Article - A Tough Project Predicament: Which Course of Action Would You Select?


Several months ago I published an article titled "Why Do Clients Prefer to Live in Denial?" that described a particular project situation yours truly found himself in certain number of years ago. Today I just wanted to revisit this case study from a slightly different perspective: rather than concentrating on what went wrong in that particular scenario, I would like to focus on the possible remedial action that could have been taken. At the end of the article I am going to provide you with several potential answers to my question and ask you to propose the best possible course of action.

So, without further ado here is the situation:

  • You are a CEO of a smaller company A that signed a major deal with larger retail company B to supply them with a new trading platform
  • The technical sales team assessed the situation at company B and came up with an approximate estimate of US1.5 million for the entire project
  • The management of company B dismissed the estimate produced by the sales team and forced company A to accept a US$750,000 target
  • Since your organization (company A) has been experiencing certain financial issues at the time, you yielded to that demand, but added an article to the contract stating that:
    • Since the budget is smaller than expected, company B will assign a team of their employees to work full time on the deployment of the system together with a team of specialists from your organization
    • Once the money (i.e. the $750K) runs out, company B will accept all the responsibilities remaining for fine-tuning the platform

Several months later once the project manager received a complete and accurate requirements document, he was able to produce a schedule and the resource requirements estimate. The final, detailed estimate turned out to be:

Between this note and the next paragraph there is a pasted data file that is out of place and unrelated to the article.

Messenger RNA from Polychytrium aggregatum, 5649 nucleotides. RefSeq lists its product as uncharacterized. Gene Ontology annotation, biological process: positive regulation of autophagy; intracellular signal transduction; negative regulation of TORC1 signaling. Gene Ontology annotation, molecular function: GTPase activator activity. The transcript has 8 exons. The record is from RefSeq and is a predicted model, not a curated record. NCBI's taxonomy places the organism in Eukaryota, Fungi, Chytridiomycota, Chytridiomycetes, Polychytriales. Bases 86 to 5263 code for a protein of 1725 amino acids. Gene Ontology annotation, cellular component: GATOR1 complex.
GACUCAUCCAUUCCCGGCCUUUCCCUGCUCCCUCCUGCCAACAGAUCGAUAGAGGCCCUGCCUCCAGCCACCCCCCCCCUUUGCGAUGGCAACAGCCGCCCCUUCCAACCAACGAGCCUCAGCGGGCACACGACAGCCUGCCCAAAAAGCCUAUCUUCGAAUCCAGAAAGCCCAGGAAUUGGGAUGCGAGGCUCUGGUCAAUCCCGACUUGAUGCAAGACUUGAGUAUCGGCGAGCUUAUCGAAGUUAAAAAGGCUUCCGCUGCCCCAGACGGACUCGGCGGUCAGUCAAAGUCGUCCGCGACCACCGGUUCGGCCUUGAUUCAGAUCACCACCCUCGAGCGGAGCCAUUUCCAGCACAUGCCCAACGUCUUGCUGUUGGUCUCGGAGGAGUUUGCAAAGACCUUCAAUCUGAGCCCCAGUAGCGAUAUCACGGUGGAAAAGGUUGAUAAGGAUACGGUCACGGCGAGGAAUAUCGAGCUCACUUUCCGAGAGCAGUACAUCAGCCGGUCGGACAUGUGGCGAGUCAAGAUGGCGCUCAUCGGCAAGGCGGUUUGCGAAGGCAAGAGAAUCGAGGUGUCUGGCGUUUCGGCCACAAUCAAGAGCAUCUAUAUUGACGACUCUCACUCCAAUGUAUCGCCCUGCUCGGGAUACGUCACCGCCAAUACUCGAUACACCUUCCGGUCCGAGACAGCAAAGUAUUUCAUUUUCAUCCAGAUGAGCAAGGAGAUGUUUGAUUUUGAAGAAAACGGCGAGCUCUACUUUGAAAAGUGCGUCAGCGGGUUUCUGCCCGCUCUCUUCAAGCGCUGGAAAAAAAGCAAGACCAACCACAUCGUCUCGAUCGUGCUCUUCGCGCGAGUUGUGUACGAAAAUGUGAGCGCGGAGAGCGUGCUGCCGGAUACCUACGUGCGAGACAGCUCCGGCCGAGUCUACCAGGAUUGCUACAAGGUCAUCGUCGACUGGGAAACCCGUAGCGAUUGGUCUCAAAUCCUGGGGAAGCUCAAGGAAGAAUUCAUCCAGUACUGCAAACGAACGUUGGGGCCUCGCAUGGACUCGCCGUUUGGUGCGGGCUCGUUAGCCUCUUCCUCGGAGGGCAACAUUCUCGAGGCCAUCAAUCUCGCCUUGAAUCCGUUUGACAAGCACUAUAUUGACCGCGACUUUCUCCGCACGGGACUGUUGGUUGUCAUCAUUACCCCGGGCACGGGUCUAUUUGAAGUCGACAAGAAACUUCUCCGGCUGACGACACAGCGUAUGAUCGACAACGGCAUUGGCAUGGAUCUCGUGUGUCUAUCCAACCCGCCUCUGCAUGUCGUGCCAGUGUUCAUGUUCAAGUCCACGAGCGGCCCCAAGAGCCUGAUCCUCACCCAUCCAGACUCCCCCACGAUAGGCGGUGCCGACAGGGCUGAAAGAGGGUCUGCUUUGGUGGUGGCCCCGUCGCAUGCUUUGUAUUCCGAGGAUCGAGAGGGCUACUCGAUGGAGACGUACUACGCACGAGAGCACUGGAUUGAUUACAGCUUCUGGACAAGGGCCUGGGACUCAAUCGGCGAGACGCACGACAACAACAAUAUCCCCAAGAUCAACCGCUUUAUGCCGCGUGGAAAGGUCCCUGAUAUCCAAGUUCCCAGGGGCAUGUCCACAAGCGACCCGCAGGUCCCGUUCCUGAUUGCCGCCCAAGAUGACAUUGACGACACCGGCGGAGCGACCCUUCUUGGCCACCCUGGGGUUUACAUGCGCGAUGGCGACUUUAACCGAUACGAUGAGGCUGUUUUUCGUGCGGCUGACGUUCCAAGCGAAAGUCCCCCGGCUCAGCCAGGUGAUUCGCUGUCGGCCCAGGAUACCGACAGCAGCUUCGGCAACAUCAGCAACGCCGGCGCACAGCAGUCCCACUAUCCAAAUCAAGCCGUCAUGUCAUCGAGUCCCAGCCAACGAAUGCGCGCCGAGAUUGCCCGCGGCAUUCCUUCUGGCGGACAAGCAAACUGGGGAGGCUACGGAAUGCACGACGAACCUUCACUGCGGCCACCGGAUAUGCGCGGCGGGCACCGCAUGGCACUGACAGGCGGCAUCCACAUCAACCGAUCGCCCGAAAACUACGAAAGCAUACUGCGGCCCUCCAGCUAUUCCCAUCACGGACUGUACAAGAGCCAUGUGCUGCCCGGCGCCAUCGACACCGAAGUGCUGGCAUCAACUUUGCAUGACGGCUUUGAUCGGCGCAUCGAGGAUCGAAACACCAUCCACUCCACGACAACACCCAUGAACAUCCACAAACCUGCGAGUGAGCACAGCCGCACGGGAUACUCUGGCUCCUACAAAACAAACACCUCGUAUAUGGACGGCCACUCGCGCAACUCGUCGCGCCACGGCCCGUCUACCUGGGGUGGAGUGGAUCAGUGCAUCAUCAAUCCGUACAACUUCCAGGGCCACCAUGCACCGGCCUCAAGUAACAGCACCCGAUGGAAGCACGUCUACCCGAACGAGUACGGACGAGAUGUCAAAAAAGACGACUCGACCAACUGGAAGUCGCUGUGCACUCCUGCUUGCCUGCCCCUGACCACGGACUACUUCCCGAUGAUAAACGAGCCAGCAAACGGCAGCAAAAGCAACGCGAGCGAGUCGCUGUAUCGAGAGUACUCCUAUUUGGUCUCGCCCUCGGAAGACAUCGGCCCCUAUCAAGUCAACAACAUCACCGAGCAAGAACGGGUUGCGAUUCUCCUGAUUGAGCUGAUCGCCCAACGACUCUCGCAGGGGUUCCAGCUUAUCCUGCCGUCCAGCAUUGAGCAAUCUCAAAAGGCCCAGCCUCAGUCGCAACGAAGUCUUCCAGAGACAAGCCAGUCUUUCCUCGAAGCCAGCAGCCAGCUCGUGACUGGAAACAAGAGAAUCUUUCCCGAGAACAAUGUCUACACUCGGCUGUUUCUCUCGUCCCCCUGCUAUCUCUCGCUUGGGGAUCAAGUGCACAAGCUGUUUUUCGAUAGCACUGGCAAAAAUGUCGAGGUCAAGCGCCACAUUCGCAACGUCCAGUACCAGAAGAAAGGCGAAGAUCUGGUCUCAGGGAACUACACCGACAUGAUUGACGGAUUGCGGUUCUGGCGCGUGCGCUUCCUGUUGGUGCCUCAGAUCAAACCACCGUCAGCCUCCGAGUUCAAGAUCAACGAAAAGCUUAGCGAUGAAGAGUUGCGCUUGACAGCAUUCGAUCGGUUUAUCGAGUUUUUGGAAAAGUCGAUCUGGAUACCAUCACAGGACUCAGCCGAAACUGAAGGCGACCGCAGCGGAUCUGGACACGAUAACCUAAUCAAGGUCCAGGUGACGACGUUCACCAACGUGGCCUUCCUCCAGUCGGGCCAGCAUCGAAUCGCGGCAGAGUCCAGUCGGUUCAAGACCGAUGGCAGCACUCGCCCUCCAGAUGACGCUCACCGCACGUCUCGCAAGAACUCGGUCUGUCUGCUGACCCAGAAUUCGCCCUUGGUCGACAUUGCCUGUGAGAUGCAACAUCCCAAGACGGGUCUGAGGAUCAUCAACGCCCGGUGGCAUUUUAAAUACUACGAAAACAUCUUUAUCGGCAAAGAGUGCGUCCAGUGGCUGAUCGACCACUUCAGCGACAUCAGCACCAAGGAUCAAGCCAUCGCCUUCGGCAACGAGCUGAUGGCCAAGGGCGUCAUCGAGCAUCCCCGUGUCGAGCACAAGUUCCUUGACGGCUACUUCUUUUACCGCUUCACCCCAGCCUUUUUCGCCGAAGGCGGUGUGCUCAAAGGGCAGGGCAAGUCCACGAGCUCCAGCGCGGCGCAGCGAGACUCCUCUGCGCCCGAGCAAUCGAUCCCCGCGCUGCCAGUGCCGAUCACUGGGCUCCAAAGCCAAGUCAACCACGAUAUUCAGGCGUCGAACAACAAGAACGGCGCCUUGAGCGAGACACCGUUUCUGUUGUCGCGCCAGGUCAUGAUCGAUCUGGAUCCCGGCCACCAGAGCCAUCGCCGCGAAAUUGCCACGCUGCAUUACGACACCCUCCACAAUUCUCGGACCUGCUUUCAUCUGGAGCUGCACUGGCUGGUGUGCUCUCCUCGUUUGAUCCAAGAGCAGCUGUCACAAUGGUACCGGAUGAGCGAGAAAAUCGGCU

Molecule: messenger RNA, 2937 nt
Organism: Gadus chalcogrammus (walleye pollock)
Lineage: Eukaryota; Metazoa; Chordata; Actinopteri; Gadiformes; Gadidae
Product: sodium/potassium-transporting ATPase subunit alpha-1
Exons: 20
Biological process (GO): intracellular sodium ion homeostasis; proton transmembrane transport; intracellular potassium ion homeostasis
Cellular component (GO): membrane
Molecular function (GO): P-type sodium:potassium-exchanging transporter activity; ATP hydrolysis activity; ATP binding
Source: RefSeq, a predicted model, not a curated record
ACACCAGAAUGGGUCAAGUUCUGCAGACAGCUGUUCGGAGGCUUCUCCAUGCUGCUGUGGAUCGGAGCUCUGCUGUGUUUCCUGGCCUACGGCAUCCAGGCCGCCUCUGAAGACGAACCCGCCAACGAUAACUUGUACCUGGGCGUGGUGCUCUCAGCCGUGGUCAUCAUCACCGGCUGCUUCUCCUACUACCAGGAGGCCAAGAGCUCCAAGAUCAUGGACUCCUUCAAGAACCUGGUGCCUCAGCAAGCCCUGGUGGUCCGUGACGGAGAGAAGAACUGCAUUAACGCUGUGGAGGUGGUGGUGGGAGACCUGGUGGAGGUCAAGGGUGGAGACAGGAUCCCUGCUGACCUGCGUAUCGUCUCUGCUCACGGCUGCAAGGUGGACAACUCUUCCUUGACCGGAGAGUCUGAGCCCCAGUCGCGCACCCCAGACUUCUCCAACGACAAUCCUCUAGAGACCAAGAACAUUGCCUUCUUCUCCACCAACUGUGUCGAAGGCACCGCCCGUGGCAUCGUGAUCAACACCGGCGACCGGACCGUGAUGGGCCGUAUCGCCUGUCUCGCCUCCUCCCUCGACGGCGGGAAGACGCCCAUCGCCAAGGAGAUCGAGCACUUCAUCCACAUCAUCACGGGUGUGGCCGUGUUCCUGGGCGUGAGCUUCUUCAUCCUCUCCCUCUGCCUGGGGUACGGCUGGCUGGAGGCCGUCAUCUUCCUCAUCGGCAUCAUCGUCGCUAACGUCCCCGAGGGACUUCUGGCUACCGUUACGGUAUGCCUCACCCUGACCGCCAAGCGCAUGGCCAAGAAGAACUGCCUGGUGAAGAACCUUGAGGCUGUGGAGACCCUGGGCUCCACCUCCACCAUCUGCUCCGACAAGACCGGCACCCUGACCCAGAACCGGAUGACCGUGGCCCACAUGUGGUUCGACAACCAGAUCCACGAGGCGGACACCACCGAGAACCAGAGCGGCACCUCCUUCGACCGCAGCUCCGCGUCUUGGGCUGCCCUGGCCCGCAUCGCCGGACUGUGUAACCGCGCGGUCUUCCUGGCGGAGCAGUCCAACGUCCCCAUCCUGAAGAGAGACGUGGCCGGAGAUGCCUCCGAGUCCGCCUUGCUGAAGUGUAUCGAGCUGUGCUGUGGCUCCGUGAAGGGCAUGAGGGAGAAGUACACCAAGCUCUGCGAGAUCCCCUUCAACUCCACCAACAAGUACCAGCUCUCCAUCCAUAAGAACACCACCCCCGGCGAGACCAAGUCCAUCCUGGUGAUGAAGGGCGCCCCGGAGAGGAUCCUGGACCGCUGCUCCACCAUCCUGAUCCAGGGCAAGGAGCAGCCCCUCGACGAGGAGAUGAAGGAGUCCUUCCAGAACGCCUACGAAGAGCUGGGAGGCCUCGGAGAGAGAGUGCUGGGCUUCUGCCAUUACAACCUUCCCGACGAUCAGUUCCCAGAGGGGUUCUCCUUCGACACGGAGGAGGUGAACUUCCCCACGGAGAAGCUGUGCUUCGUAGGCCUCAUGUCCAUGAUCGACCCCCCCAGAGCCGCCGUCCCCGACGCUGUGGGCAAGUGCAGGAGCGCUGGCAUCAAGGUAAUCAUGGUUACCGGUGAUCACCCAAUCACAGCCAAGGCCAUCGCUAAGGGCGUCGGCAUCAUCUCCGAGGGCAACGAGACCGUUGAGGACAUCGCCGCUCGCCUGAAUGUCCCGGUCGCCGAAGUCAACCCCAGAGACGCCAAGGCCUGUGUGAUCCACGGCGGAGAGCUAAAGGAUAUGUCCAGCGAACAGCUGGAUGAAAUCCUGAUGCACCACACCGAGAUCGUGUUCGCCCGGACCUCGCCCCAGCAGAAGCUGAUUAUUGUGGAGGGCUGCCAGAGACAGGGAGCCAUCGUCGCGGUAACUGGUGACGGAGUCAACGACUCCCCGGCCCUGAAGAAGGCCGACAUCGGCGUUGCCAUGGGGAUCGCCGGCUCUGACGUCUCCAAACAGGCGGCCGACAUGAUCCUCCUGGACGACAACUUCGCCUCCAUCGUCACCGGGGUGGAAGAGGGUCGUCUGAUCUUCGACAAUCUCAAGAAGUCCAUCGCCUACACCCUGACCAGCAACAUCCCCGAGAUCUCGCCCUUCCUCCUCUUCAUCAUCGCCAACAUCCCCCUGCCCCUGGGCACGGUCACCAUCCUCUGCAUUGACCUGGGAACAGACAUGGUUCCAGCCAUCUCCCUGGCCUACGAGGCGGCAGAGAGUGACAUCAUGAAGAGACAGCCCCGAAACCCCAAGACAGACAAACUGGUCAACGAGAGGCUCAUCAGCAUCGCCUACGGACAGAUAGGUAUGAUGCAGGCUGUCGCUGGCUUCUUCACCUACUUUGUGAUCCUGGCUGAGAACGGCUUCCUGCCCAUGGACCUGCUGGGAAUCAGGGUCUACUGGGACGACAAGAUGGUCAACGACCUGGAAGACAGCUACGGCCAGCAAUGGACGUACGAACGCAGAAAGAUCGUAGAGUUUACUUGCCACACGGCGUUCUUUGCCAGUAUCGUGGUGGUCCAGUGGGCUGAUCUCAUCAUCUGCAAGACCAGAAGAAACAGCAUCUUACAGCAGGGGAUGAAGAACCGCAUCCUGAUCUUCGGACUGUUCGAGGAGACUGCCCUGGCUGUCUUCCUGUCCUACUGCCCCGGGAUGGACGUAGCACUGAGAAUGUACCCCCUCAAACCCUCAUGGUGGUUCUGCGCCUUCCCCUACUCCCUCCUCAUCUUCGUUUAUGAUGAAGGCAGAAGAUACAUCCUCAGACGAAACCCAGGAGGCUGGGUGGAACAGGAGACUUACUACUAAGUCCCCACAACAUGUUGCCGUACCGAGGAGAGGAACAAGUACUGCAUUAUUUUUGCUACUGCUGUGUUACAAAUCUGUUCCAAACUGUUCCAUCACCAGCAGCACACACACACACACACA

Article - An Interesting Dilemma: Who Would You Hire?


Since I posted my previous article “A Story of One Interview: What Would You Do?” that went viral on LinkedIn, I have received more than one hundred comments from professionals from all corners of the globe. After reading them I realized that the problem of “should the project manager be a technical expert in his/her domain?” still remains deeply misunderstood by some people. As a result I just wanted to share yet another discussion that I had at one of the project management conferences with a CIO of a North American university followed by a simple survey that would require you to select an appropriate project management candidate.

CIO: … When looking for a PM I definitely value technical knowledge more than project management experience. For example, if I have an SAP project in my portfolio, I will favour someone with SAP experience, preferably in the educational sector.

Me: (after the presentation has ended) You mentioned your preference for technical expertise over the project management one when looking for a PM.

CIO: Yes I did.

Me: I really don't want to argue here about the fact that a project manager should not be a technical expert in her domain and that you should have subject matter experts taking care of that problem. I just have a couple of questions ...

CIO: (tensely) OK.

Me: Well, let us consider the SAP example. SAP is an enterprise resource planning system, correct?

CIO: Yes ...

Me: So, it is very likely that the project would impact areas like, oh I don't know, finance, accounting, human resources, student records and even possibly engineering. By employing your logic we can deduce that the PM should also be an expert in those areas as well, right?

CIO: (smiling) Absolutely! But unfortunately such person does not exist ...

Me: OK, next question then, if you don't mind. Let us say that you hired this "great SAP expert with no project management experience" person. Let us even assume that she successfully delivers the project in question (which I personally doubt). A couple of months go by and you are presented with a new flagship initiative; say, the development of a brand-new university website.